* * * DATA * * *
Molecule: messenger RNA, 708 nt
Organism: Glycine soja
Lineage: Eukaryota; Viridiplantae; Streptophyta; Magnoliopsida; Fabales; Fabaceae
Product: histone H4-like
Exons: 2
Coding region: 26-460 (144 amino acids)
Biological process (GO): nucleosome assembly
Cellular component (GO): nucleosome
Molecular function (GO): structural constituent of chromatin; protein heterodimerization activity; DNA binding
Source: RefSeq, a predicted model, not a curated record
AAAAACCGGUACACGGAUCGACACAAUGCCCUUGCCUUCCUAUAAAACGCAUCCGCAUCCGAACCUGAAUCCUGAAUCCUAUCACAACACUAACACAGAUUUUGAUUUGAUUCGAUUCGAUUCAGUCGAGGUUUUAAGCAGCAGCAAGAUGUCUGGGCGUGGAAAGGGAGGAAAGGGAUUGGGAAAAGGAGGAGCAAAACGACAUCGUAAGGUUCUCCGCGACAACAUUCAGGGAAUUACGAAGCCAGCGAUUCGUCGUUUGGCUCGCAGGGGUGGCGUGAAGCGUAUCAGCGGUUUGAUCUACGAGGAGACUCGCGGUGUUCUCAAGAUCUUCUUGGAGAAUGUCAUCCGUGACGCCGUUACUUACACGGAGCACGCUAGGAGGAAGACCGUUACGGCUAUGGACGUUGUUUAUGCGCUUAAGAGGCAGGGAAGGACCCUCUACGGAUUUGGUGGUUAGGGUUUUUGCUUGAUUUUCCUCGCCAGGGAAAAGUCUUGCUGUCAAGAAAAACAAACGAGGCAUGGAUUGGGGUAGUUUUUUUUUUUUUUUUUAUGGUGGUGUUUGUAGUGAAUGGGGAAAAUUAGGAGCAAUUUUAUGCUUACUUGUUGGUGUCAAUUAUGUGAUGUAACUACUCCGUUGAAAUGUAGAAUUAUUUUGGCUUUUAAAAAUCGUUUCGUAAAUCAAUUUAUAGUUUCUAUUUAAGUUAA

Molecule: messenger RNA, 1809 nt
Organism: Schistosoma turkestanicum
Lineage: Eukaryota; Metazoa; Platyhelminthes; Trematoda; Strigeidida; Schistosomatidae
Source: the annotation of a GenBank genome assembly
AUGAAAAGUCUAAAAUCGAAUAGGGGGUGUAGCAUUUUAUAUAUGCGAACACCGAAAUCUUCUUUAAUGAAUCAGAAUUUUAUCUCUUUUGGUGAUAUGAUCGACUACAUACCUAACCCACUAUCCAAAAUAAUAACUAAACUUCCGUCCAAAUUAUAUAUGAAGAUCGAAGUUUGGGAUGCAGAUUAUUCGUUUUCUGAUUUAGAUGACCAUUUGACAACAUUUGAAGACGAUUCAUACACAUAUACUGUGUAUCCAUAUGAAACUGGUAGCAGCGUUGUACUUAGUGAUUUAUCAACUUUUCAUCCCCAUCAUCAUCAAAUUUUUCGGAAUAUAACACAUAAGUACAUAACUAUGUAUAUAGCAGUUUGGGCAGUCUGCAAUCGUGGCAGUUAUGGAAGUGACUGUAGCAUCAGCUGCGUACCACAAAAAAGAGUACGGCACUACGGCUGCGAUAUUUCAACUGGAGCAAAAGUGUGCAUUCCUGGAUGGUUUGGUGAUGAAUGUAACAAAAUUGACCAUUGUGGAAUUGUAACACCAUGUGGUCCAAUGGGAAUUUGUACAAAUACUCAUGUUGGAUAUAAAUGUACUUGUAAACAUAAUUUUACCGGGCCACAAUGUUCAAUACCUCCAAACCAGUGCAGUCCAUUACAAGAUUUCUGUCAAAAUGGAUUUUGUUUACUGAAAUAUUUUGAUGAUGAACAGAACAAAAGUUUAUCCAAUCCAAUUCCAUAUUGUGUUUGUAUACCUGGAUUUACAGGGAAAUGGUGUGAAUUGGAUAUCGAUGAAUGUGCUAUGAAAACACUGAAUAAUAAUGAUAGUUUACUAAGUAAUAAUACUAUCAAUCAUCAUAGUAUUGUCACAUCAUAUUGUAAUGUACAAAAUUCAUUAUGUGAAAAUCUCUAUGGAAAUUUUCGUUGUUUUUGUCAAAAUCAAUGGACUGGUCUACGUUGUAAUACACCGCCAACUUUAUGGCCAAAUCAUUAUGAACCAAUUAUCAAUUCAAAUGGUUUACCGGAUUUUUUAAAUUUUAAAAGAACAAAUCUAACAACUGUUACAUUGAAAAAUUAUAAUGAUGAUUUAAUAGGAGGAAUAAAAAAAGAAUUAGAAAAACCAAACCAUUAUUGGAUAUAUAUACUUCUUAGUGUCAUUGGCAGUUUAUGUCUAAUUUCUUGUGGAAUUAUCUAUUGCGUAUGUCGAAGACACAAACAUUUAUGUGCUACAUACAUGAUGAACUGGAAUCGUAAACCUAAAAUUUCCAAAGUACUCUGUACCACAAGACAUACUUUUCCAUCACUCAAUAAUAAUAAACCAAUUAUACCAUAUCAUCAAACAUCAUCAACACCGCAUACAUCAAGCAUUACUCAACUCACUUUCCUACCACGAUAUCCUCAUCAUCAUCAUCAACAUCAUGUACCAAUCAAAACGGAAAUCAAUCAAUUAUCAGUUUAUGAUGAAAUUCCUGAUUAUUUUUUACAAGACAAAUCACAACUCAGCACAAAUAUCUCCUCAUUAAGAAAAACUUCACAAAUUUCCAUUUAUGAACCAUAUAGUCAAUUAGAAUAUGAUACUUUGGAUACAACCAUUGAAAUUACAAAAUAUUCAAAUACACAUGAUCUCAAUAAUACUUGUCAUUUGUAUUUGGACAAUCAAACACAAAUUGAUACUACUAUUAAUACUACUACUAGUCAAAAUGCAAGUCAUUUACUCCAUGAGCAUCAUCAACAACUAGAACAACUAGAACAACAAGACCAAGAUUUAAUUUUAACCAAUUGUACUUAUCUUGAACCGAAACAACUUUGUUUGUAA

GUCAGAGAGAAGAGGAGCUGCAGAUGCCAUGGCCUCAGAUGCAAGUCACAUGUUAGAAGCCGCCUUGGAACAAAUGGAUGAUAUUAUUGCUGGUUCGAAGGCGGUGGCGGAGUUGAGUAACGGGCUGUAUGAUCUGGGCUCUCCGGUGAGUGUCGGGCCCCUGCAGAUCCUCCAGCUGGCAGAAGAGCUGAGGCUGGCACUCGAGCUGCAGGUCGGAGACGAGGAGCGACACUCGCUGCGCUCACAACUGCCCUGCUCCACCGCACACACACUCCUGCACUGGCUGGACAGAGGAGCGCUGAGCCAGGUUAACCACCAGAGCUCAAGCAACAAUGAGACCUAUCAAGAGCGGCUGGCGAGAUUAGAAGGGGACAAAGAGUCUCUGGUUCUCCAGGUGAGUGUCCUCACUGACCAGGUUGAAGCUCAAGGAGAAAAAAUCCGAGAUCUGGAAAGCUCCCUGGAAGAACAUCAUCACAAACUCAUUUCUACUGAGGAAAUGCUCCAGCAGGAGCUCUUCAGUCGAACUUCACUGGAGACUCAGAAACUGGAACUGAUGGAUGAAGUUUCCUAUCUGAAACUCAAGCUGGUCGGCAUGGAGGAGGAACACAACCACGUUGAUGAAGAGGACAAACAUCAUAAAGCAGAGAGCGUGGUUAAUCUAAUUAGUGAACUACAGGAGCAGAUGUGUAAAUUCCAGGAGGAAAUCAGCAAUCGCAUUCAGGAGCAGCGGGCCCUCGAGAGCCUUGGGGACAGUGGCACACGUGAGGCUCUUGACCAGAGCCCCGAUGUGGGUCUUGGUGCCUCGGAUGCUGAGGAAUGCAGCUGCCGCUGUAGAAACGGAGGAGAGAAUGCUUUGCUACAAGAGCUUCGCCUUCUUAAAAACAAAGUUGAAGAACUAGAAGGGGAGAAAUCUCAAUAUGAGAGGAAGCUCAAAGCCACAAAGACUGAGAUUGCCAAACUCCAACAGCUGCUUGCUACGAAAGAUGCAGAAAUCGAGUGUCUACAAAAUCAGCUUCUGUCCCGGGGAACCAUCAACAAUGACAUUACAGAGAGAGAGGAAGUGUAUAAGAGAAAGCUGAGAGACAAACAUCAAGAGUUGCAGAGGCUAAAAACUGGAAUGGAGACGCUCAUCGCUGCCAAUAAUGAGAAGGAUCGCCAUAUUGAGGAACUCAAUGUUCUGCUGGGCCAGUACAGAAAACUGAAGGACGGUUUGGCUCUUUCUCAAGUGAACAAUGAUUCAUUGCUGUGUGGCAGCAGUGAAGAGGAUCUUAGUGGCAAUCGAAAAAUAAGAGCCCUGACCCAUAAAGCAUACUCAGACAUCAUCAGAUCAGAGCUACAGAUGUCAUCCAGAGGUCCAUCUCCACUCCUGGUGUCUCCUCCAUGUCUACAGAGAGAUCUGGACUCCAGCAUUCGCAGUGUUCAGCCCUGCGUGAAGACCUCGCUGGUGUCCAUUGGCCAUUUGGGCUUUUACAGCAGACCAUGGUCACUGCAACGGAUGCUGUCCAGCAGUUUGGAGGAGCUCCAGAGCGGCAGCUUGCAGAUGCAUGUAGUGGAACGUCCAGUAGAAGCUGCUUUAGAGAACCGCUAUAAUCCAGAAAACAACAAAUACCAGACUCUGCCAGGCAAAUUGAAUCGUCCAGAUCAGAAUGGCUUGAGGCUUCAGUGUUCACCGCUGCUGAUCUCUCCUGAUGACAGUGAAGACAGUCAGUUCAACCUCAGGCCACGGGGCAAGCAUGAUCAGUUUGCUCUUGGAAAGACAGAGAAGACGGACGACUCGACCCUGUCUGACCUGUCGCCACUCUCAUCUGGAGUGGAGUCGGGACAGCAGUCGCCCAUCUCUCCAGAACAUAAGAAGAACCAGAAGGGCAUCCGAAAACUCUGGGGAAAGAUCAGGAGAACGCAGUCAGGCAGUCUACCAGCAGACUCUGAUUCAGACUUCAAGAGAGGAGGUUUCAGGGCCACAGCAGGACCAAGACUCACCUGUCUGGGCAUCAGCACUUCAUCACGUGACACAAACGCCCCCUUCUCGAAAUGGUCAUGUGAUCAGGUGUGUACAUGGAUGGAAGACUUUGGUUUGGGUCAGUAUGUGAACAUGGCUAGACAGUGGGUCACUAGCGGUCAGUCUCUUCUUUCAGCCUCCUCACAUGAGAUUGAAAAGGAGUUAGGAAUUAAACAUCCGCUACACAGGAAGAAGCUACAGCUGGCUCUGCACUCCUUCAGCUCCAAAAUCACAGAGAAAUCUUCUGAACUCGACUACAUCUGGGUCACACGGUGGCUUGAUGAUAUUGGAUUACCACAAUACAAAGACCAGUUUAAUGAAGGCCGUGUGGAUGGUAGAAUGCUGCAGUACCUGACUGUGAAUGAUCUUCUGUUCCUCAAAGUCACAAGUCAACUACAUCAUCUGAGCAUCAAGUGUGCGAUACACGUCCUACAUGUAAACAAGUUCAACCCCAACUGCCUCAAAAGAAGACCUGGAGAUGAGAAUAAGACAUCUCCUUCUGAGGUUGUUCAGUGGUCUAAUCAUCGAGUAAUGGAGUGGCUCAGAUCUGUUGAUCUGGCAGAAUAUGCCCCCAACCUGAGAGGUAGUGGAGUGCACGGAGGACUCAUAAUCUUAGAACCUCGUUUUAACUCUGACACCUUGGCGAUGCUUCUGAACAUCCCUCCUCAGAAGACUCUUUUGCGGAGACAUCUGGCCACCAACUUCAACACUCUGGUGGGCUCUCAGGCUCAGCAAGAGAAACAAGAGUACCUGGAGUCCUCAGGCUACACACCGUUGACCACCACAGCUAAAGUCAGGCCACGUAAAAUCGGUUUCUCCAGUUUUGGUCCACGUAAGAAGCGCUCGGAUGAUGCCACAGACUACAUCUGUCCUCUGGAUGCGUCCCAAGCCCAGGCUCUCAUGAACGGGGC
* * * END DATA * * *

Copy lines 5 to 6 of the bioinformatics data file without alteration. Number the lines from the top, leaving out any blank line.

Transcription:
Exons: 2
Coding region: 26-460 (144 amino acids)